Premenstrual Syndrome

What Causes Premenstrual Syndrome?

In order to deal properly with premenstrual syndrome we need to understand and — if possible — remove the underlying causes and risk factors.  We need to ask: "What else is going on inside the body that might allow premenstrual syndrome to develop?"

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Accurate diagnosis of the factors behind premenstrual syndrome consists of three steps:

Step 1: List the Possible Causative Factors

Identify all disease conditions, lifestyle choices and environmental risk factors that can lead to premenstrual syndrome.  Here are five possibilities:
  • Low Melatonin
  • Magnesium Need
  • Manganese Need
  • Copper Toxicity
  • Low Progesterone

Step 2: Build a Symptom Checklist

Identify all possible symptoms and risk factors of each possible cause, and check the ones that apply:
having had a small bowel resection
reduced progesterone level
current birth control pill use
joint pain/swelling/stiffness
being postmenopausal
being easily irritated
refined sugar consumption
moderate alcohol consumption
breast soreness during cycle
elevated MCH
painful menstrual cramps
disturbed sleep
... and more than 50 others

Step 3: Rule Out or Confirm each Possible Cause

A differential diagnosis of your symptoms and risk factors finds the likely cause of premenstrual syndrome:
Cause Probability Status
Copper Toxicity 96% Confirm
Magnesium Need 19% Unlikely
Manganese Need 0% Ruled out
Low Progesterone 0% Ruled out
Low Melatonin 0% Ruled out
* This is a simple example to illustrate the process

Arriving at a Correct Diagnosis

The Analyst™ is our online diagnosis tool that learns all about you through a straightforward process of multi-level questioning, providing diagnosis at the end.

If you indicate being premenopausal or being perimenopausal, The Analyst™ will ask further questions including this one:
Do you suffer from Premenstrual Syndrome (PMS)?
Possible responses:
→ No / don't know
→ Minor
→ Moderate
→ Serious
→ Severe
Based on your response to this question, which may indicate PMS, The Analyst™ will consider possibilities such as:
Copper Toxicity

Estrogen results in increased copper absorption.  Copper is closely related to estrogen metabolism, so an imbalance can cause many female health problems such as premenstrual syndrome.  Taking extra zinc and vitamin B6 before the menstrual period can reduce copper levels and thus the symptoms of PMS.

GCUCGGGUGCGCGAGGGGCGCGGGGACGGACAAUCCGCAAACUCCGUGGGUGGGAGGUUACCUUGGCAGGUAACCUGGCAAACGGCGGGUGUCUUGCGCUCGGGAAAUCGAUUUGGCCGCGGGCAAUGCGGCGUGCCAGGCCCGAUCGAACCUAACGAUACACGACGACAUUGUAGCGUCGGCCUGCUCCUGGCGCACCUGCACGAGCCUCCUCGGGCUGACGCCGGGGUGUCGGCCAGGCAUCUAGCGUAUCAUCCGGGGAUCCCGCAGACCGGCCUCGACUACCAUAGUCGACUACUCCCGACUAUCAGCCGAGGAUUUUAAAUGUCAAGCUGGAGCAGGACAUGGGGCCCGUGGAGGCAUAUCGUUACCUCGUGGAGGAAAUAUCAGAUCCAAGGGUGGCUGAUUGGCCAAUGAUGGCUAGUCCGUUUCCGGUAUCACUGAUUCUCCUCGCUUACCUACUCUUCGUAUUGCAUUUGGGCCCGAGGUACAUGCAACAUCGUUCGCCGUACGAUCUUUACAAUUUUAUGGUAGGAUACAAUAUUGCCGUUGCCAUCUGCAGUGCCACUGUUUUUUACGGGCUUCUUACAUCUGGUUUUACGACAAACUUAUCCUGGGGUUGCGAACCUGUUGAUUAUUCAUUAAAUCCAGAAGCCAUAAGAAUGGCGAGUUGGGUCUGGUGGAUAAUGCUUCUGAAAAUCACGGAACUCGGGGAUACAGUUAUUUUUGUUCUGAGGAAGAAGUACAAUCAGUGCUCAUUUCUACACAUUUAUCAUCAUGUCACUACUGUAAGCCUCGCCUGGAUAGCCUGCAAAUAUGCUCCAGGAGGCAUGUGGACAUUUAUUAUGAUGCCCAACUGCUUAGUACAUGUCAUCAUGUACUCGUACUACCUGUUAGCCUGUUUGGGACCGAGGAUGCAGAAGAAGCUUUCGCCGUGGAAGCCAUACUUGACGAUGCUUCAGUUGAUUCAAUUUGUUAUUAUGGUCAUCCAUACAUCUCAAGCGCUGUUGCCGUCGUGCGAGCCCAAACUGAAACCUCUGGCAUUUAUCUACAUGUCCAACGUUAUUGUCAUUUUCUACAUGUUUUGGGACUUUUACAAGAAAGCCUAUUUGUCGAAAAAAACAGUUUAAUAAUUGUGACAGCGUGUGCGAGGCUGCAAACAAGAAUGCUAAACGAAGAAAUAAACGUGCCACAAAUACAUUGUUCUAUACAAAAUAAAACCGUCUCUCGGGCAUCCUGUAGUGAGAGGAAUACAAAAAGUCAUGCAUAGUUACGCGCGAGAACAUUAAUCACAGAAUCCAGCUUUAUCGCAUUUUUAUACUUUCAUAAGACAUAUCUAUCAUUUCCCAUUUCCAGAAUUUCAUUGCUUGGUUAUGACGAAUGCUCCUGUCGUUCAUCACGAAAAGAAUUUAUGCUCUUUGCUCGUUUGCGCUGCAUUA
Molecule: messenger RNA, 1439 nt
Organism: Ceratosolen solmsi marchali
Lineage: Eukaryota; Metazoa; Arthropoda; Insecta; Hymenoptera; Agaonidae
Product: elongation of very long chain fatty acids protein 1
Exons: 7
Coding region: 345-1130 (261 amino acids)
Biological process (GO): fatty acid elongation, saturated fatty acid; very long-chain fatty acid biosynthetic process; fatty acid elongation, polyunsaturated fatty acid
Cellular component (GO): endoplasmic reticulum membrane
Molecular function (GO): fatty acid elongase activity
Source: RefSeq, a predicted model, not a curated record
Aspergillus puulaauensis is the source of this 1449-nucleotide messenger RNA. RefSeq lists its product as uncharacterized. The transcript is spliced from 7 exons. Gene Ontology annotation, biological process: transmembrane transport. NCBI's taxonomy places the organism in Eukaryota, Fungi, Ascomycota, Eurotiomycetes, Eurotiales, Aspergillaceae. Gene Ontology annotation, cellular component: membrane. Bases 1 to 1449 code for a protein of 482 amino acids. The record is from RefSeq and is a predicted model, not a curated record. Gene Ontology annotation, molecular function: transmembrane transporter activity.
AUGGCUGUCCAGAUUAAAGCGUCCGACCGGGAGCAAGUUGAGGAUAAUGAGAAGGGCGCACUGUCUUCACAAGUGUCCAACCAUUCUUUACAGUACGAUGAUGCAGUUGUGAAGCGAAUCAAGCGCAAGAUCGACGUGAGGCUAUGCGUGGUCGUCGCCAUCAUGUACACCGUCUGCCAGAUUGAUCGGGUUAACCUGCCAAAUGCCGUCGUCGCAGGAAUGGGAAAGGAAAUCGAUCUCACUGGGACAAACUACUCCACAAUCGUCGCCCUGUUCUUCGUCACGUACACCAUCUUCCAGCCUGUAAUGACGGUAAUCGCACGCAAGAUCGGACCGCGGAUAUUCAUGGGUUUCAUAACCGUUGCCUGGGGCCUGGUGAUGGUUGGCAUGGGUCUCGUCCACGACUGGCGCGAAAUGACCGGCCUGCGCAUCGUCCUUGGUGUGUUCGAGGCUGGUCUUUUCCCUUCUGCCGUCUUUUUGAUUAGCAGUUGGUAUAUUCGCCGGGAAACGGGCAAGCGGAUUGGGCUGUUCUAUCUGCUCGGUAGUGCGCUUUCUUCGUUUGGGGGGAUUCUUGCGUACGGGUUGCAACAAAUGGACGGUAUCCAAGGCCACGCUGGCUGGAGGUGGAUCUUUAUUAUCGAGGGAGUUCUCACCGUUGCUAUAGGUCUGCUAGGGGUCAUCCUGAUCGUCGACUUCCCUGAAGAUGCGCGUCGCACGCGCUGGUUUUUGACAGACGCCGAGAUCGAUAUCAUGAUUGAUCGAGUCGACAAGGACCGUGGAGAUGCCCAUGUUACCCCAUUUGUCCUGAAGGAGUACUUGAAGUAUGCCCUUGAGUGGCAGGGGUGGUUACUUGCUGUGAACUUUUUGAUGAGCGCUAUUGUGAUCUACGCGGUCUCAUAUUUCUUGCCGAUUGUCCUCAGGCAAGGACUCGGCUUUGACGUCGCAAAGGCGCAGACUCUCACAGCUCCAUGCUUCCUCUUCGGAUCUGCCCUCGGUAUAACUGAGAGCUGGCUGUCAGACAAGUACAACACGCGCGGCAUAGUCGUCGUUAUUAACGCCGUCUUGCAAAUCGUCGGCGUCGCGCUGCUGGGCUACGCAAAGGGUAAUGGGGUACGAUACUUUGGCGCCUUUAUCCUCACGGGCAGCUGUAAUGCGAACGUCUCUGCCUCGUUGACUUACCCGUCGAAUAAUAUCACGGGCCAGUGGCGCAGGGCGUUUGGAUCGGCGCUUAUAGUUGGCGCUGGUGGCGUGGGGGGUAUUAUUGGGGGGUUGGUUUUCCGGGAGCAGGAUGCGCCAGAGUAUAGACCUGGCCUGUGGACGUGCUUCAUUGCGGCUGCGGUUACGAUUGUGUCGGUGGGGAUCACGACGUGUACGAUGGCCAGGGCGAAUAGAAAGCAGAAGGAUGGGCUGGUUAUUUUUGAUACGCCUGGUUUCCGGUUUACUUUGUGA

Low Melatonin Level

Melatonin can exhibit strong effects on the reproductive system, and the activity of the female hormones estrogen and progesterone is closely tied with its regulation of the sleep-wake cycle.  Abnormal biological rhythms and sleep-wake cycle disturbances are often a primary feature of periodic depression, another common characteristic of PMS.  Melatonin imbalances have been specifically linked to PMS.

A study reported finding that women with PMS had an earlier decline in melatonin secretion, resulting in a shorter overall secretion time.  "The data demonstrate that women with premenstrual syndrome have chronobiological abnormalities of melatonin secretion... The fact that these patients respond to treatments that affect circadian physiology, such as sleep deprivation and phototherapy, suggests that circadian abnormalities may contribute to the pathogenesis of premenstrual syndrome." [Arch Gen Psychiatr 1990;47(12): pp.1139-46]

Magnesium Requirement

Magnesium deficiency is strongly implicated as a causative factor in PMS.  Red Blood Cell magnesium levels in PMS patients have been shown to be significantly lower than in normal subjects.  The deficiency is characterized by a generalized hyperesthesia syndrome (with generalized aches and pains), and a lower premenstrual pain threshold.  One clinical trial of magnesium in PMS showed a reduction of nervousness in 89%, mastalgia in 96%, and weight gain in 95%.

Manganese Requirement

In a double blind study of women with normal menstrual cycles, lower dietary manganese (1.0mg versus 5.6mg) was found to increase mood and pain symptoms during the premenstrual phase.  [Am J ObstetGynecol.  1993 May; 168(5): pp.1417-23]

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